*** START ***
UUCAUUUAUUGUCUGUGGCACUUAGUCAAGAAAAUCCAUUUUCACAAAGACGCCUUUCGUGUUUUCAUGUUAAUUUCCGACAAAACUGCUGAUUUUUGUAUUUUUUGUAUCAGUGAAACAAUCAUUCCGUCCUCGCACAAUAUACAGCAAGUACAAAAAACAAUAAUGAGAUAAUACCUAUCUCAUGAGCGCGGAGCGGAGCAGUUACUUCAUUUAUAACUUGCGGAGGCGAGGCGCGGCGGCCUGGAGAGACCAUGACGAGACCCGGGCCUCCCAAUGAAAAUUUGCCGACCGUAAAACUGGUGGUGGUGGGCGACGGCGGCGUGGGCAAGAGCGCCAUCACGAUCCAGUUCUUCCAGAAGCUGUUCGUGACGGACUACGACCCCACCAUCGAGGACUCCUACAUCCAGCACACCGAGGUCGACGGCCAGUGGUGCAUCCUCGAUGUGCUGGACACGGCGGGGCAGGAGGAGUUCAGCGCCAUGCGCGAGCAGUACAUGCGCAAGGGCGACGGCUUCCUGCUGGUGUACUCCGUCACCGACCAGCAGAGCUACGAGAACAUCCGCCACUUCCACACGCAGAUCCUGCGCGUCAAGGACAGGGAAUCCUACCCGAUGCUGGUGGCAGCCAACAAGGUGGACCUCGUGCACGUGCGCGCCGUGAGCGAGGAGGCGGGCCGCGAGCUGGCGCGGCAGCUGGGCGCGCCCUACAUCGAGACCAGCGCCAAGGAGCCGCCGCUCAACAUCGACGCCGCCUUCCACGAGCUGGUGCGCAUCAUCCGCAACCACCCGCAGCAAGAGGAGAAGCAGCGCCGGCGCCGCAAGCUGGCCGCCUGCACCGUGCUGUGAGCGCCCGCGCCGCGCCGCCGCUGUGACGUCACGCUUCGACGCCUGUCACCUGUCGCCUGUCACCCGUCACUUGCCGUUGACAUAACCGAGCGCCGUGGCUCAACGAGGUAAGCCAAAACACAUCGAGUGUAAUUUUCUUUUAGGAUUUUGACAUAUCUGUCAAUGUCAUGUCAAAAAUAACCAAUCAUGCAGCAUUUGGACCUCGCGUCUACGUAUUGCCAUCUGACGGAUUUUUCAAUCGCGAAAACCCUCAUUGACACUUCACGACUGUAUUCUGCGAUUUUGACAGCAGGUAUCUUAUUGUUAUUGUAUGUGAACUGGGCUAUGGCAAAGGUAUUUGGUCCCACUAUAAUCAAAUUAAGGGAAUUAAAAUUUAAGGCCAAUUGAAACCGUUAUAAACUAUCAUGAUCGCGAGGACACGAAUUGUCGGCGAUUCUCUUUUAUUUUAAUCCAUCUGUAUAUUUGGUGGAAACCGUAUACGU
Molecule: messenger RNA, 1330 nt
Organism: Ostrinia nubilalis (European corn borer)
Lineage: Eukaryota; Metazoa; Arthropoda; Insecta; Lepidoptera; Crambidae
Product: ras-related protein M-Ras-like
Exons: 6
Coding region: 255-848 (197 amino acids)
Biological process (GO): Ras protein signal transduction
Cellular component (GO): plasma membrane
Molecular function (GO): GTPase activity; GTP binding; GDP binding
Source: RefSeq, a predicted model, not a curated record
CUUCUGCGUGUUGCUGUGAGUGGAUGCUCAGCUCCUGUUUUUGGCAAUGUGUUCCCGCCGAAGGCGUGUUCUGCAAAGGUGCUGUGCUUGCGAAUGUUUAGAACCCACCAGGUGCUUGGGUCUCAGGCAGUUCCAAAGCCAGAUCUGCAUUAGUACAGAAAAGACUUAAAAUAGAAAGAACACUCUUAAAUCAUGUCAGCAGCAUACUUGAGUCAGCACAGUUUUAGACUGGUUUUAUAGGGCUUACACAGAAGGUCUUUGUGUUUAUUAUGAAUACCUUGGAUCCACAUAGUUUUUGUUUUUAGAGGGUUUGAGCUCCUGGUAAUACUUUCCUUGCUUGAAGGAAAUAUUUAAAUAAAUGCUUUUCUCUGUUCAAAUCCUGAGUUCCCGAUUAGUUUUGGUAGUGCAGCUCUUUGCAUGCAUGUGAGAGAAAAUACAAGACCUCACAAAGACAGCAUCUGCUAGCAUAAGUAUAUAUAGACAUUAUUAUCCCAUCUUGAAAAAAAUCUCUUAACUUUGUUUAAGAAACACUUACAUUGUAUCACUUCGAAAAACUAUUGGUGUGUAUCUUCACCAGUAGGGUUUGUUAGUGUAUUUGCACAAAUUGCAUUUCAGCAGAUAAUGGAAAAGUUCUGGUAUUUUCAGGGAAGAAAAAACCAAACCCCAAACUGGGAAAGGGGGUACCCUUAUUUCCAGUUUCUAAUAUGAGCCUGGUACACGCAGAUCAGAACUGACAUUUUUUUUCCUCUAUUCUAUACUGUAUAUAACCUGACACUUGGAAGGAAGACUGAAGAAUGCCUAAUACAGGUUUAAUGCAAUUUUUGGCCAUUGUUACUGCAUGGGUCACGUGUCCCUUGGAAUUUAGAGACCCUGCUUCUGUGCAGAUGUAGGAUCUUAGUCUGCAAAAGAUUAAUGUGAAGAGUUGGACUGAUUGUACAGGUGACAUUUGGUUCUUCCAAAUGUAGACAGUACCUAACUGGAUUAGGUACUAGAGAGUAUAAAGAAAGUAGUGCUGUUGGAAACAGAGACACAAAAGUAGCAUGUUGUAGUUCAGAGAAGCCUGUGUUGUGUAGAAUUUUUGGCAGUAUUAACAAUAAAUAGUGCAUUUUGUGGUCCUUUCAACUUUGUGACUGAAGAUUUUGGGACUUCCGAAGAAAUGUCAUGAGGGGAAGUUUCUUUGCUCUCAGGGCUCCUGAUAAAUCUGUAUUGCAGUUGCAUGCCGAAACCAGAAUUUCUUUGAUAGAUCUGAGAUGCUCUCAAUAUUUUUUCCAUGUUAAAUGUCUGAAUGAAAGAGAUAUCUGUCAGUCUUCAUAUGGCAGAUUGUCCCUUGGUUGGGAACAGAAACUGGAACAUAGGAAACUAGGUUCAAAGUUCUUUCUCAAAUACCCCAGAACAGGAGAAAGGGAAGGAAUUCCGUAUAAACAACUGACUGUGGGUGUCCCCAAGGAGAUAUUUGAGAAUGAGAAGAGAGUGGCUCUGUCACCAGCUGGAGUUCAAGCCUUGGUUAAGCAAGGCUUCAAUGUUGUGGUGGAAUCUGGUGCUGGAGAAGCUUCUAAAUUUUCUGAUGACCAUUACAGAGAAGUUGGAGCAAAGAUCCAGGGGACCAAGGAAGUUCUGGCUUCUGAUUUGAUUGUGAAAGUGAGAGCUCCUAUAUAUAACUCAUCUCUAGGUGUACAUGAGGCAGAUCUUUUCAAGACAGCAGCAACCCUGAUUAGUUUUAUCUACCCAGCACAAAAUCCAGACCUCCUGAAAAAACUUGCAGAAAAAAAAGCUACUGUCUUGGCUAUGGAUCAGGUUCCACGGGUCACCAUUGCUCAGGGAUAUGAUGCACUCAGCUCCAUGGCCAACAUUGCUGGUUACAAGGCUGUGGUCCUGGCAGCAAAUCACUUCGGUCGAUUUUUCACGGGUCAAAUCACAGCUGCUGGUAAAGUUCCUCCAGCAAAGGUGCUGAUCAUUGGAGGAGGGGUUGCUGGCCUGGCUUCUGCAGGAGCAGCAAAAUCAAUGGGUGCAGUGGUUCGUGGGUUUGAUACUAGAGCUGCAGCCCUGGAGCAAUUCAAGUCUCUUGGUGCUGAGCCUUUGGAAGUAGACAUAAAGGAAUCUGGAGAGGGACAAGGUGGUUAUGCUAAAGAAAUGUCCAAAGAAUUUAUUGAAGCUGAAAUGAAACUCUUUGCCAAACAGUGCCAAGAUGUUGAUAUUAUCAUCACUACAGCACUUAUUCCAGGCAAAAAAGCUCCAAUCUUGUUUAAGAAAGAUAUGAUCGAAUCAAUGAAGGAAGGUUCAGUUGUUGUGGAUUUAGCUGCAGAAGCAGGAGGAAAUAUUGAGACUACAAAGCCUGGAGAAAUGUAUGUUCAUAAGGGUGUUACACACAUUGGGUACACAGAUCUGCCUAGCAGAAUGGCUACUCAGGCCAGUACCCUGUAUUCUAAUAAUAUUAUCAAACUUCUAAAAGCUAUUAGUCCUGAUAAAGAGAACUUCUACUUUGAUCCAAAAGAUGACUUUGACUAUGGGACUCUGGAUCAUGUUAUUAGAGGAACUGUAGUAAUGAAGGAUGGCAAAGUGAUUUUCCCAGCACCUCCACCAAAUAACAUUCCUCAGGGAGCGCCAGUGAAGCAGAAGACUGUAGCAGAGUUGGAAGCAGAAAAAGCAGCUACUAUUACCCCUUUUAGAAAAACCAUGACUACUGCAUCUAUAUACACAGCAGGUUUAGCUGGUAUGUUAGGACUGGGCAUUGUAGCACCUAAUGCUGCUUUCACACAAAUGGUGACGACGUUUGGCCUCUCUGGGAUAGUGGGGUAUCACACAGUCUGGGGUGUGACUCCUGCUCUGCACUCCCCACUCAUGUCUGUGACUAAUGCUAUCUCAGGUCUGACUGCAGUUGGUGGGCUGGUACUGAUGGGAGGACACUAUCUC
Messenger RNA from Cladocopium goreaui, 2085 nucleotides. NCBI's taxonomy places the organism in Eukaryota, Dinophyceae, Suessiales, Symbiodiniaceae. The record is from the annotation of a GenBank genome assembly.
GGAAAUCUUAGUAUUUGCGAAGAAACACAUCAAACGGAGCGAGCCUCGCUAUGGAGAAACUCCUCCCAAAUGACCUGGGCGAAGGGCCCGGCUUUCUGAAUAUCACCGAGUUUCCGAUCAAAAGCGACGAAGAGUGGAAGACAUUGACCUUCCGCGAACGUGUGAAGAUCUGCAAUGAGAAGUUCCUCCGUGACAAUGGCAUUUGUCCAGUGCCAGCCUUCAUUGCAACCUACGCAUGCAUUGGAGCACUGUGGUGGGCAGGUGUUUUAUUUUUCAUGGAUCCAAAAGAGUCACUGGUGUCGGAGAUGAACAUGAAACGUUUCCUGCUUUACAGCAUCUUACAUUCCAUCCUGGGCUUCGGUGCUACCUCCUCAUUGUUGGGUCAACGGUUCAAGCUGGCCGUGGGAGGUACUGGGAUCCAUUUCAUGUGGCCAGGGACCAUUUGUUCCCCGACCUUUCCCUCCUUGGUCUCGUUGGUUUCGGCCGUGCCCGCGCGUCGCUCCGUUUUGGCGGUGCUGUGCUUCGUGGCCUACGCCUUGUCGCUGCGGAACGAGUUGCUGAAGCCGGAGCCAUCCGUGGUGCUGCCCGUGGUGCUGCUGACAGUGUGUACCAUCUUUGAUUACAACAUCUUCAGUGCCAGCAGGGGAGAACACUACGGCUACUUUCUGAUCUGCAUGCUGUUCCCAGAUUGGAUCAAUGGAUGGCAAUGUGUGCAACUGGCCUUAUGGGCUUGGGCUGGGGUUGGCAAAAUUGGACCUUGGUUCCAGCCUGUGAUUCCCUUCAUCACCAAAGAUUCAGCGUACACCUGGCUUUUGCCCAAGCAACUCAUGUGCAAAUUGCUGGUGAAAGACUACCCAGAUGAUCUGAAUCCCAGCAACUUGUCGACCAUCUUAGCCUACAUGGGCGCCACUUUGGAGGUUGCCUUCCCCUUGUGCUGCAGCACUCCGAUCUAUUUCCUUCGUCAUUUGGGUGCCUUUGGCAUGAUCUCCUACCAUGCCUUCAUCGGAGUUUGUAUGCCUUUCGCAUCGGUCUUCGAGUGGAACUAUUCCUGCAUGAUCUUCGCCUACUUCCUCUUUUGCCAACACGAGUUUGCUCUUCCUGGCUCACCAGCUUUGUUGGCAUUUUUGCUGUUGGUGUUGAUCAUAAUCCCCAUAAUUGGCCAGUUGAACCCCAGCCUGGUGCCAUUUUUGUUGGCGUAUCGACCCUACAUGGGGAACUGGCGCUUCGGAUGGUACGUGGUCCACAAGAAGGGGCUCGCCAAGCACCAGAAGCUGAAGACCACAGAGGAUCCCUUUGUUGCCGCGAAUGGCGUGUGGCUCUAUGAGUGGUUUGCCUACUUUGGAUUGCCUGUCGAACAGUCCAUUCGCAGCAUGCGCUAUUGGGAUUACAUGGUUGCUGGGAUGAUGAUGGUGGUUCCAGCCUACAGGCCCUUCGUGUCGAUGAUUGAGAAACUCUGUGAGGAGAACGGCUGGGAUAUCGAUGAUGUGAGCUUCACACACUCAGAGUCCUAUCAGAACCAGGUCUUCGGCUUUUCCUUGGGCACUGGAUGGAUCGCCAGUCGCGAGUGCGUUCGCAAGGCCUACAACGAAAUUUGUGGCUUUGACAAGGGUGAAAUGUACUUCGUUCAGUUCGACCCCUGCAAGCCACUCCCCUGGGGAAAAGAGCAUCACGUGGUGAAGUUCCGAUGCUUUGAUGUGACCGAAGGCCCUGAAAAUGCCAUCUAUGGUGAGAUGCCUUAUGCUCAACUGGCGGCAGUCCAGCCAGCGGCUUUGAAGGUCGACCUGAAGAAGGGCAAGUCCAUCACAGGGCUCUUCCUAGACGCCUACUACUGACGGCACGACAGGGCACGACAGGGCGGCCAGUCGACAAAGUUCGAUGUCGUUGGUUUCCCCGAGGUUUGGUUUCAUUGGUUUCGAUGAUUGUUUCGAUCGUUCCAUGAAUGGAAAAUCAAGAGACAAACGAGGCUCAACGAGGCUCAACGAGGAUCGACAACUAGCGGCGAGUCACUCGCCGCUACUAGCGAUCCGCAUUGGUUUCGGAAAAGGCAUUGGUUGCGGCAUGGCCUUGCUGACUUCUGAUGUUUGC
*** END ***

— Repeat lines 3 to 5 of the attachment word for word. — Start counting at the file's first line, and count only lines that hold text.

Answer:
Organism: Ostrinia nubilalis (European corn borer)
Lineage: Eukaryota; Metazoa; Arthropoda; Insecta; Lepidoptera; Crambidae
Product: ras-related protein M-Ras-like